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Important Safety Information: GATTEX may cause serious side effects including making abnormal cells grow faster, polyps in the colon (large intestine), blockage of the bowels (intestines), swelling (inflammation) or blockage of your gallbladder or pancreas, and fluid overload. Click here for additional Important Safety Information.

Targeted Approach to Treating SBS

GATTEX® (teduglutide [rDNA origin]) for Injection

GATTEX® is the first and only glucagon-like peptide-2 (GLP-2) analog proven to enhance the absorptive capacity of the remaining bowel.

Mechanism of Action

GATTEX is an analog of naturally occurring human glucagon-like peptide-2 (GLP-2), a peptide secreted by L-cells of the distal intestine. GLP-2 is known to increase intestinal and portal blood flow, and inhibit gastric acid secretion. Teduglutide binds to the glucagon-like peptide-2 receptors located in intestinal subpopulations of enteroendocrine cells, subepithelial myofibroblasts and enteric neurons of the submucosal and myenteric plexus. Activation of these receptors results in the local release of multiple mediators including insulin-like growth factor (IGF)-1, nitric oxide and keratinocyte growth factor (KGF).

 

Important Safety Information

Warnings and Precautions

Neoplastic growth
Colorectal polyps were identified during clinical trials. There is a risk for acceleration of neoplastic growth. Colonoscopy of the entire colon with removal of polyps should be done within 6 months prior to starting treatment with GATTEX and is recommended after 1 year. Subsequent colonoscopies should be done as needed, but no less frequently than every 5 years. In case of intestinal malignancy (GI tract, hepatobiliary, pancreatic), discontinue GATTEX. The clinical decision to continue GATTEX in patients with non‑gastrointestinal malignancy should be made based on risk and benefit considerations.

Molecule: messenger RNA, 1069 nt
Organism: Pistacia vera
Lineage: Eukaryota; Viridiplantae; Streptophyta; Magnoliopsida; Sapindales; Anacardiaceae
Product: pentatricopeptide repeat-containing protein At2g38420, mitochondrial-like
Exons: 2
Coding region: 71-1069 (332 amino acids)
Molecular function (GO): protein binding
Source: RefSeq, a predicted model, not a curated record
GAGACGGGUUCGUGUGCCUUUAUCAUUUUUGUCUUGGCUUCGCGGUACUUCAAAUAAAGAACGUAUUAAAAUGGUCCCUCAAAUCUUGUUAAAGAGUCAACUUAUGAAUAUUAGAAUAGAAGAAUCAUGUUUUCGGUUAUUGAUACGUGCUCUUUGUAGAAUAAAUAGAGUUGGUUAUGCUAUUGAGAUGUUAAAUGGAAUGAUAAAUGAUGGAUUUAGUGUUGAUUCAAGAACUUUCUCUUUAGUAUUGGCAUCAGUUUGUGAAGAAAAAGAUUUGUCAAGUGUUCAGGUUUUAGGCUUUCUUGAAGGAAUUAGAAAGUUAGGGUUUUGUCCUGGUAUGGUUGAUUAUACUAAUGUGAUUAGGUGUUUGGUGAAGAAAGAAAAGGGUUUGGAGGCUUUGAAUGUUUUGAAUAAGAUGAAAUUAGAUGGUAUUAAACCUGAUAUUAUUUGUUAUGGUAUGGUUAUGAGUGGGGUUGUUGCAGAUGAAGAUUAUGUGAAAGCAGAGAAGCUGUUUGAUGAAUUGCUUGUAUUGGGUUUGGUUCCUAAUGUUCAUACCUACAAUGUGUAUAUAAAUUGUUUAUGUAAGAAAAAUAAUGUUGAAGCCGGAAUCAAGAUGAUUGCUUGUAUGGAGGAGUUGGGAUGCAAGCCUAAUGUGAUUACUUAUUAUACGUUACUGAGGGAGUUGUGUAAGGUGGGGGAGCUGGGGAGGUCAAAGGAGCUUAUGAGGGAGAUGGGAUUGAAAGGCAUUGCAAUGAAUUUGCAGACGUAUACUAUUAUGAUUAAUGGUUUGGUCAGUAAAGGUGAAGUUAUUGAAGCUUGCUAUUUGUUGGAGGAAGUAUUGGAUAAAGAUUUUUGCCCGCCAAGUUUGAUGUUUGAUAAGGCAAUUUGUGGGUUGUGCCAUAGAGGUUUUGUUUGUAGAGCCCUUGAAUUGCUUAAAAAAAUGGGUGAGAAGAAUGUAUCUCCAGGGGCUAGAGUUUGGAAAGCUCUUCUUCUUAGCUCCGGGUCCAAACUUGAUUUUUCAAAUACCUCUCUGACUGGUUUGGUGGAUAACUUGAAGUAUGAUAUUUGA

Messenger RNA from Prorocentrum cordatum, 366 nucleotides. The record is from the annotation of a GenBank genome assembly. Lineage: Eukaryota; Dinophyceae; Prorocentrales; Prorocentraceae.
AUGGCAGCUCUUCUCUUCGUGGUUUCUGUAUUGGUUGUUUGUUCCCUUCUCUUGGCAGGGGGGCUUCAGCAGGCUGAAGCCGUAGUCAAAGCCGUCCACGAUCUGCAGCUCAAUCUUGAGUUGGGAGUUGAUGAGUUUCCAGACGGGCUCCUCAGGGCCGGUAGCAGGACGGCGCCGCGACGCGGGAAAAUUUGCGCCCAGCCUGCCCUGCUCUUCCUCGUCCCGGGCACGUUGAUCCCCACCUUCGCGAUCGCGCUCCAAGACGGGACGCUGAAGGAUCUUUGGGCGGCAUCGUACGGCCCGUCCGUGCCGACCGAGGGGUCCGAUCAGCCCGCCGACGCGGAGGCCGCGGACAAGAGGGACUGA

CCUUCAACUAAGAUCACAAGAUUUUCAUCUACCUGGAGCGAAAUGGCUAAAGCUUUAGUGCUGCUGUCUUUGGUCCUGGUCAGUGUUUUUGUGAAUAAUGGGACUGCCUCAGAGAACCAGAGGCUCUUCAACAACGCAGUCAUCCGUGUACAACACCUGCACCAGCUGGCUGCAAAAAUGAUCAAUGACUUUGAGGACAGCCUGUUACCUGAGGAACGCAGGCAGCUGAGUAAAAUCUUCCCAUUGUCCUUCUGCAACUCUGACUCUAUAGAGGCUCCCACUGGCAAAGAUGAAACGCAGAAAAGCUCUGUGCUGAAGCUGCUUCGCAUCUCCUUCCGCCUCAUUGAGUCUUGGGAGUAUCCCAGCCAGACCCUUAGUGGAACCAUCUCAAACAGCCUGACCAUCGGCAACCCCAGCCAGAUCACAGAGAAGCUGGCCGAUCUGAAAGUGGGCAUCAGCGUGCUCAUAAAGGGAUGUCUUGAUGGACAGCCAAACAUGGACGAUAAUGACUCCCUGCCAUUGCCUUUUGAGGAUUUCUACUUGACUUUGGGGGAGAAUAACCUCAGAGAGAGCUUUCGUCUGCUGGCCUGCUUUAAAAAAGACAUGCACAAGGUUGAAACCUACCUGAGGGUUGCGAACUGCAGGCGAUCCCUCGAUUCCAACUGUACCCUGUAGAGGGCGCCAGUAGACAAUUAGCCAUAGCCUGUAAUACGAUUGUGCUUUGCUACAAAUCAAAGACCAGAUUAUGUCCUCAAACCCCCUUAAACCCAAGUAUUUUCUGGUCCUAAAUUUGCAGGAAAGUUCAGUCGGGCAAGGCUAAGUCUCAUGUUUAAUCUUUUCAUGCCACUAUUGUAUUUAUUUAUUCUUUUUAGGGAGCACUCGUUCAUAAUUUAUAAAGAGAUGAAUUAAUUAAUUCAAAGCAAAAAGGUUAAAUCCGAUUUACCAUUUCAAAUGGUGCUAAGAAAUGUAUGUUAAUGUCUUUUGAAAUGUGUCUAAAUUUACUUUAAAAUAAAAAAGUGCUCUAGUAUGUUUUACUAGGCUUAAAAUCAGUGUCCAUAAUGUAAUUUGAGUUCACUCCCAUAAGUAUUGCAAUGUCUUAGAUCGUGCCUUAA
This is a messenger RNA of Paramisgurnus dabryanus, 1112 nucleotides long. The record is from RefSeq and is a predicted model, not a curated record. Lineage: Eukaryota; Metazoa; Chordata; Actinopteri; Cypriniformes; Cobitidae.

Intestinal obstruction
Intestinal obstruction has been reported in clinical trials. In patients who develop obstruction, GATTEX should be temporarily discontinued pending further clinical evaluation and management.

Biliary and pancreatic disease
Cholecystitis, cholangitis, cholelithiasis, and pancreatitis have been reported in clinical trials. Patients should undergo laboratory assessment (bilirubin, alkaline phosphatase, lipase, amylase) before starting GATTEX. Subsequent laboratory tests should be done every 6 months. If clinically meaningful changes are seen, further evaluation is recommended including imaging, and continued treatment with GATTEX should be reassessed.

Fluid overload
Fluid overload and congestive heart failure have been observed in clinical trials. There is potential for fluid overload while on GATTEX. If fluid overload occurs, especially in patients with underlying cardiovascular disease, parenteral support should be appropriately adjusted and GATTEX treatment reassessed.

Increased absorption of concomitant oral medication
Altered mental status in association with GATTEX has been observed in patients on benzodiazepines in clinical trials. Patients on concomitant oral drugs (e.g. benzodiazepines, phenothiazines) requiring titration or with a narrow therapeutic index may require dose adjustment while on GATTEX.

Adverse Reactions
The most common adverse reactions (≥10%) across all studies with GATTEX are abdominal pain, injection site reactions, nausea, headaches, abdominal distension, upper respiratory tract infection. In addition, vomiting and fluid overload were reported in the SBS studies (1 and 3) at rates ≥10%.

You are encouraged to report negative side effects of prescription drugs to the FDA. Visit www.fda.gov/medwatch or call 1‑800‑FDA‑1088. You can also call Shire at 1‑855‑5GATTEX (1-855-542-8839).

GATTEX (teduglutide [rDNA origin]) for injection is indicated for the treatment of adult patients with Short Bowel Syndrome (SBS) who are dependent on parenteral support.

For additional safety information, please click here for Prescribing Information